This is my third post about U.S. History books and will include the Louisiana Purchase, Lewis and Clark, the War of 1812, and the Missouri Compromise. Every time I start looking at books for next year, I want to just dive in and start reading them. Our family really enjoys history books.
I broke my U.S. history lists down by time period or topic since really long book lists can overwhelm me. Books I list might be from my own shelves or from the library. I tried to mark if a book is a picture book, chapter book, or possible read-aloud. I plan on referencing these lists throughout next year as I put library books on hold and give out weekly reading assignments. I also just like to fill our library crate with history books since my children will often read them during our quiet reading time.
Louisiana Purchase and Lewis and Clark (week 6)
- The Value of Foresight: The Story of Thomas Jefferson is a great book. It has lots of pictures, but I wouldn’t call it a “picture book” per se since it’s a little longer than a typical picture book. If you aren’t familiar with Valuetales, there are a number of books in the series about people throughout history. I remember reading them as a child and was able to buy a large used set a few years ago. This book on Thomas Jefferson will actually serve as a great reminder (or recap) of the Revolutionary War, the Declaration of Independence, and the Constitution, as well as talks about Jefferson making the Louisiana Purchase. My daughter actually found the map of the Louisiana Purchase the other day and was excited to show it to me. This book gets into Lewis and Clark’s exploration as well so I think I’ll read this out loud to my younger children (or have the older ones read it out loud).
- The Lewis and Clark Expedition (True Books) is a small informational book. With only 48 pages, plenty of pictures, and a decent size font, this is much less intimidating than some informational books. My children always love these books published by Scholastic, and our library has tons of them. This book includes some facts about the Louisiana Purchase as well.
- Meriwether Lewis: Off the Edge of the Map is a chapter book by the same authors as Christian Heroes Then and Now. I think this will be a fun read-aloud as a family. I just love the title of “Off the Edge of the Map” and would love to read this with the children since it is a journey I know very little about. This series also has Davy Crockett: Ever Westward. I’m not sure if we will get to it during this part of our history studies, but if my children really get into this time period, we will add it in.
- Lewis and Clark: A Prairie Dog for the President is an early reader book. I hope my young reader is up to this book since it looks like fun. When Seth and I visited Monticello last summer, the most striking thing to Seth was the real artifacts that Lewis and Clark had sent to Jefferson that you could see there. Thomas Jefferson’s Feast is also a fun easy reader about Jefferson if your child enjoys this.
- You Wouldn’t Want to Explore with Lewis and Clark is of course going to be my children’s favorite of the list. I really can’t say enough good things about the You Wouldn’t Want to Be books.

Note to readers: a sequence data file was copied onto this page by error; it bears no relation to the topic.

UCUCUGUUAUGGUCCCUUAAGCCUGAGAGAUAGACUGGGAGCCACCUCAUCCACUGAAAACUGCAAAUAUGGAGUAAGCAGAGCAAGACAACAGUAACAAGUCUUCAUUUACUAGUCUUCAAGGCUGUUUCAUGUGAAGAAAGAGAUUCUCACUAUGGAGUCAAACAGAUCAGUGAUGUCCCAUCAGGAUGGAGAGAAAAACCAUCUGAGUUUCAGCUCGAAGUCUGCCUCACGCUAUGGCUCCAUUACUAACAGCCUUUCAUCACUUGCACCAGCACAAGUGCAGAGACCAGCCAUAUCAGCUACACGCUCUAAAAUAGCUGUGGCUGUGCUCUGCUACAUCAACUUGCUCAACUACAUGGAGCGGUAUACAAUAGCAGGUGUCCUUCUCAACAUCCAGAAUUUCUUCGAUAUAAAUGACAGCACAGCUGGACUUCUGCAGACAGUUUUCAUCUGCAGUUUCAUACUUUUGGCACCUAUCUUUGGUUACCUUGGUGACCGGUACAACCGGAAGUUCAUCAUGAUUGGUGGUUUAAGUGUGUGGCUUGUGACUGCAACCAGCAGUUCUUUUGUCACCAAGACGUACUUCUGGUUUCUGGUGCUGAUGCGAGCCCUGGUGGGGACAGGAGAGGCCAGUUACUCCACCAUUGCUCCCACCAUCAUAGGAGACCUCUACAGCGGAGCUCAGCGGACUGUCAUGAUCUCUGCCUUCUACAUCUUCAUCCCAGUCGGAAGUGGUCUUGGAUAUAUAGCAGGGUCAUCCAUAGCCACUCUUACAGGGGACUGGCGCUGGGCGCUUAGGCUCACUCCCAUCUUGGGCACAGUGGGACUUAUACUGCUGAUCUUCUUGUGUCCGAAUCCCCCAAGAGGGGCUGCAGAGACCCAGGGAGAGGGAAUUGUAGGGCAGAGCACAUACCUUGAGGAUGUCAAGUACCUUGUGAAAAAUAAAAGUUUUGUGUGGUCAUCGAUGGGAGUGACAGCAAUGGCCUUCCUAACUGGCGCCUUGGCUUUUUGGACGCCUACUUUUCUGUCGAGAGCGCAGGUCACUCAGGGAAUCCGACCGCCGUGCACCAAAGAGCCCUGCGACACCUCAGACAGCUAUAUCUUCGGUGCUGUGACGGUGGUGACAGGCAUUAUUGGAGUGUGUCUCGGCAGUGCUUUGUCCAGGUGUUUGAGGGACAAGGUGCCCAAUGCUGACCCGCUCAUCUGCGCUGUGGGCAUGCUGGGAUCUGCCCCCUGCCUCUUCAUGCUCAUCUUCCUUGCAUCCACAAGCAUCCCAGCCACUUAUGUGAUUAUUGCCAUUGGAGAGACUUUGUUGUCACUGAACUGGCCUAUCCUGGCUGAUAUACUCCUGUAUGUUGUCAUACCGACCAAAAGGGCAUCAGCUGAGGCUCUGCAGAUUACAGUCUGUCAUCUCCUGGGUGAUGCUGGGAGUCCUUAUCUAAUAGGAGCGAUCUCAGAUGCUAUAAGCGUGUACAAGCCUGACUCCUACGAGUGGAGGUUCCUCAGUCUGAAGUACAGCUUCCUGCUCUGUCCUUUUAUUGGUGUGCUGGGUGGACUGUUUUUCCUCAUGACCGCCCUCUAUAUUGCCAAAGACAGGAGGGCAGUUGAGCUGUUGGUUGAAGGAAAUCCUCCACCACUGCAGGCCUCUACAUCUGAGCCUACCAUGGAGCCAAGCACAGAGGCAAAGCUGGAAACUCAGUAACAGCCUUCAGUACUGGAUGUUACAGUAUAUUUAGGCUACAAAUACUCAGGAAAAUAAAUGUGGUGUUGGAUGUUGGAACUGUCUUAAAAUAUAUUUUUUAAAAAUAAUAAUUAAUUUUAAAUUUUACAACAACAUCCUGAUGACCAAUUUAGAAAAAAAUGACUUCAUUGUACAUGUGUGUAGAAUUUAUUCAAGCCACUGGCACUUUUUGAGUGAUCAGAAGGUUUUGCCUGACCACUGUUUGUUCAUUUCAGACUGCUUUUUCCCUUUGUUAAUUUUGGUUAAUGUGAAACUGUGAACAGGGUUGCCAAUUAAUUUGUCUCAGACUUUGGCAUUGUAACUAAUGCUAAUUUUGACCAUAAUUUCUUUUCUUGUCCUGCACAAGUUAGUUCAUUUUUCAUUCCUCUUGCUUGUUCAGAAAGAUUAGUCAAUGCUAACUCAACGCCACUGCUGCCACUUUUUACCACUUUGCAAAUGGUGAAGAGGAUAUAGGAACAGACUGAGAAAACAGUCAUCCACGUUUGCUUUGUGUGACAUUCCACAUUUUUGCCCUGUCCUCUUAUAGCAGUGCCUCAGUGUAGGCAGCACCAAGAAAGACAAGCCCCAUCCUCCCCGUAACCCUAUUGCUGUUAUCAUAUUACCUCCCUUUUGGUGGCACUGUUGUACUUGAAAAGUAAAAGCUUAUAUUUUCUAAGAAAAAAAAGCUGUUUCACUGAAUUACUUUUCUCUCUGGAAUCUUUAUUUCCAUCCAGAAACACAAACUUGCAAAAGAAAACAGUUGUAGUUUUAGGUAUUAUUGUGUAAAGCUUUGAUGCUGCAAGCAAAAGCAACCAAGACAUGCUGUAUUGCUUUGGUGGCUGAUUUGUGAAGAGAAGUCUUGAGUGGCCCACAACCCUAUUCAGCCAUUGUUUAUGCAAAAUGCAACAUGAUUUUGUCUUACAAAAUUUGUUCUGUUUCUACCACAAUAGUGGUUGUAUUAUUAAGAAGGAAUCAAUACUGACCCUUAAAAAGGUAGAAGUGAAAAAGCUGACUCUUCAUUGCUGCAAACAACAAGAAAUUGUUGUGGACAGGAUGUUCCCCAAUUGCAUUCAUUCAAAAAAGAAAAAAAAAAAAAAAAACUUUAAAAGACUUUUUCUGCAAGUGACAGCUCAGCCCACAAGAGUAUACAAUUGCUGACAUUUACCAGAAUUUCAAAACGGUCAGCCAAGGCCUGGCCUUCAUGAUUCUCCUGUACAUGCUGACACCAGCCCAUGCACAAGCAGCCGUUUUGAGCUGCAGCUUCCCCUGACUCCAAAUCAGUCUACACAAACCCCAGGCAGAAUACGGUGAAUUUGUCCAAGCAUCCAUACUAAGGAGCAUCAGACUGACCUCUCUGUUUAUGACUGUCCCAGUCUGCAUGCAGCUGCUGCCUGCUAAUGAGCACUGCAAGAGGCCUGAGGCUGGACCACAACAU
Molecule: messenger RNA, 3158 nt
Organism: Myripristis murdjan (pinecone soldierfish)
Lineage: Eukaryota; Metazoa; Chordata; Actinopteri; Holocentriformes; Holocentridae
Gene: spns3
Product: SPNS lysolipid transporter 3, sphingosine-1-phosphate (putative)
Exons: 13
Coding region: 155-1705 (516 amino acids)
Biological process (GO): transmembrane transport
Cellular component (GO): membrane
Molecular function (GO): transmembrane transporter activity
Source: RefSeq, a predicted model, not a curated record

War of 1812 (week 7)
- Ruthie has read all of the American Girl Caroline books so I hope she will share with us some of the “peak into the past” sections with the rest of us.
- Mr. Madison’s War: Causes and Effects of the War of 1812 looks like a nice, short book from the library, possibly a picture book. I just put it on hold and will add more of a description after I get my hands on it. UPDATE: We enjoyed previewing this book and will read it more as we hit this week. There was information in this book that I hadn’t read before. In fact, I’m going to look for other books in this series.
- I thought I’d use the War of 1812 as a great time to learn the Star-Spangled Banner (again for some of the kids) and read about when our national Anthem was written. Francis Scott Key’s Star-Spangled Banner is an easy reader. I will also actually read the real text of the 4 verses of the Star Spangled Banner with them. I remember reading through it at my first CC Practicum and think it would be enjoyable for the kids.
The Missouri Compromise (week 8)
- To Preserve the Union: Causes and Effects of the Missouri Compromise is similar to the other book listed above, but I haven’t actually been able to look at it. As soon as the hold comes in, I’ll write more of a description.
- There is another book called The Missouri Compromise (We the People: Civil War Era) that our library doesn’t have, but we have read other books in the series. You might want to look for it in your library.
Other books about Westward Expansion including books about the Oregon Trail will be in a later post.
Please keep in mind that these book lists are meant as an encouragement and a place to start. We will not always get to read everything. Sometimes we will enjoy a topic so much that we’ll go looking for more information and more books. I hope this list can be an encouragement and a help for your family.